Europe’s long-awaited Ariane 6 rocket won’t launch before late 2023

Europe’s long-awaited Ariane 6 rocket won’t launch before late 2023

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Europe’s new Ariane 6 rocket still has to complete several milestones before it can be cleared for its debut flight.
(Image credit: ESA-Manuel Pedoussaut)

Europe’s heavy-lift Ariane 6 rocket, in development since the early 2010s, will not fly before the end of 2023, European Space Agency (ESA) officials said in a news conference on Thursday (Oct. 20), adding that the delay will add another 600 million euros to the rocket’s already mighty price tag. 

The setbacks, however, don’t deter the European space industry from bold visions of future space transportation that include a reusable second stage for Ariane 6 and a homegrown astronaut transportation capability. 

The debut flight of Ariane 6, which will replace Europe’s reliable workhorse Ariane 5 that famously launched the James Webb Space Telescope on Christmas Day 2021, was originally planned for 2020 but has slipped several times since. 

The rocket features a reignitable upper stage called Vinci (opens in new tab) that can deliver satellites to various orbits and altitudes and which, after completing its assignment, deorbits autonomously and burns up in Earth’s atmosphere. 

Related: Europe’s reusable ‘Susie’ spacecraft could launch astronauts on future deep-space missions

The latest delay was caused by several factors, including the introduction of a new power unit and delays in testing and in the development of robotic arms that assist on the launch pad during rocket fueling, Daniel Neuenschwander, ESA’s director of space transportation, said in the press conference.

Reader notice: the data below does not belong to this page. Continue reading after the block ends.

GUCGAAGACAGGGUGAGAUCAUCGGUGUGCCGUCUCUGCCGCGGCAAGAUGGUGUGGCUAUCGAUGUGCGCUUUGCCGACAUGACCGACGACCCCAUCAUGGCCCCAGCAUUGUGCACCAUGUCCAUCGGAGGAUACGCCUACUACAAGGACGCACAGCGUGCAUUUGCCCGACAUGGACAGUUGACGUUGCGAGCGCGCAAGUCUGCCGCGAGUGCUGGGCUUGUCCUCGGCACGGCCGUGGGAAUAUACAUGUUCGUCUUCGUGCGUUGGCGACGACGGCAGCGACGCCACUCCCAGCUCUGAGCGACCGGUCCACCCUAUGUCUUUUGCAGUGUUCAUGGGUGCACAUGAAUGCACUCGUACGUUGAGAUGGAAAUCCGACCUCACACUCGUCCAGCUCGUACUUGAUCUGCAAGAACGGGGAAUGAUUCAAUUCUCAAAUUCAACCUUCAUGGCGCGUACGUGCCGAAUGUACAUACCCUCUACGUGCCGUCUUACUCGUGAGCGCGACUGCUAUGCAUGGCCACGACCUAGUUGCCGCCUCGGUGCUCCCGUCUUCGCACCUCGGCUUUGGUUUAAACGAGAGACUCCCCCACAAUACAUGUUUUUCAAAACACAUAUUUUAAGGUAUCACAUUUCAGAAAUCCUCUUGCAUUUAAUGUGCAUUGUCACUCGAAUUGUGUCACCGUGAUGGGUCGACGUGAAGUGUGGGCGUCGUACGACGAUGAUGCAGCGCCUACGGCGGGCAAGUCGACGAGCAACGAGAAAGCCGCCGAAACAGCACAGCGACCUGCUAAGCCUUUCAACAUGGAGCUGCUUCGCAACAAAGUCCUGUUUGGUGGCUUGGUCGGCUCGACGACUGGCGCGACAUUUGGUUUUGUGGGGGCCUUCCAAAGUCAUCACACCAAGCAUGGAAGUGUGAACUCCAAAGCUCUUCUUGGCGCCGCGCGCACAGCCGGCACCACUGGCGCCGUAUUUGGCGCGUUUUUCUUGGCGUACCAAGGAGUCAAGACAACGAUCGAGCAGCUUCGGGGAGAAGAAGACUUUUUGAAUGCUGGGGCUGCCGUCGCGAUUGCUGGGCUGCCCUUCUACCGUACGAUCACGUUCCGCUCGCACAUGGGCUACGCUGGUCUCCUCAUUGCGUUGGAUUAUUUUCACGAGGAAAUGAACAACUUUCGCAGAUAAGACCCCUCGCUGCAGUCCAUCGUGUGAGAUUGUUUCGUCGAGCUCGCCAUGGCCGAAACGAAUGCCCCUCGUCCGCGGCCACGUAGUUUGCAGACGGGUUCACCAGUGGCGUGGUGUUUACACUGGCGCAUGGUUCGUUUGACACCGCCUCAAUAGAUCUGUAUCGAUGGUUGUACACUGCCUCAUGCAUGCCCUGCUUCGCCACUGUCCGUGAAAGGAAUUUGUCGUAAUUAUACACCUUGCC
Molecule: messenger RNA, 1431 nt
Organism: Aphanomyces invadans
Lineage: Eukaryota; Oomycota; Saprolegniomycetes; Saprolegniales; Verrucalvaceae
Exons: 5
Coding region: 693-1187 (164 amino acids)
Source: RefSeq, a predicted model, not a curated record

The slipping schedule will add another 600 million euros to the development cost of the rocket, which has already amounted to a little under 4 billion euros, Neuenschwander said.

Speaking at the same conference, ESA director general Josef Aschbacher admitted that further delays are possible, as three major milestones have to be completed in the first quarter of 2023 for Ariane 6 to receive a “go” for liftoff later that year.

The milestones in question include the conclusion of hot firing tests of the Vinci upper stage that recently commenced in Germany and a hot firing test of Ariane 6’s core stage, which will be conducted at Europe’s Spaceport in Kourou, French Guiana. The core features an upgrade of the Vulcain engine previously used on Ariane 5. ESA and its industry partners would also have to begin the launch system qualification review of the new rocket by the first quarter of 2023 to meet the new launch target.

Despite the setbacks, the French company Arianespace, which operates the Kourou spaceport and sells launches from the site, sees increasing demand for Ariane 6’s services in the coming decade.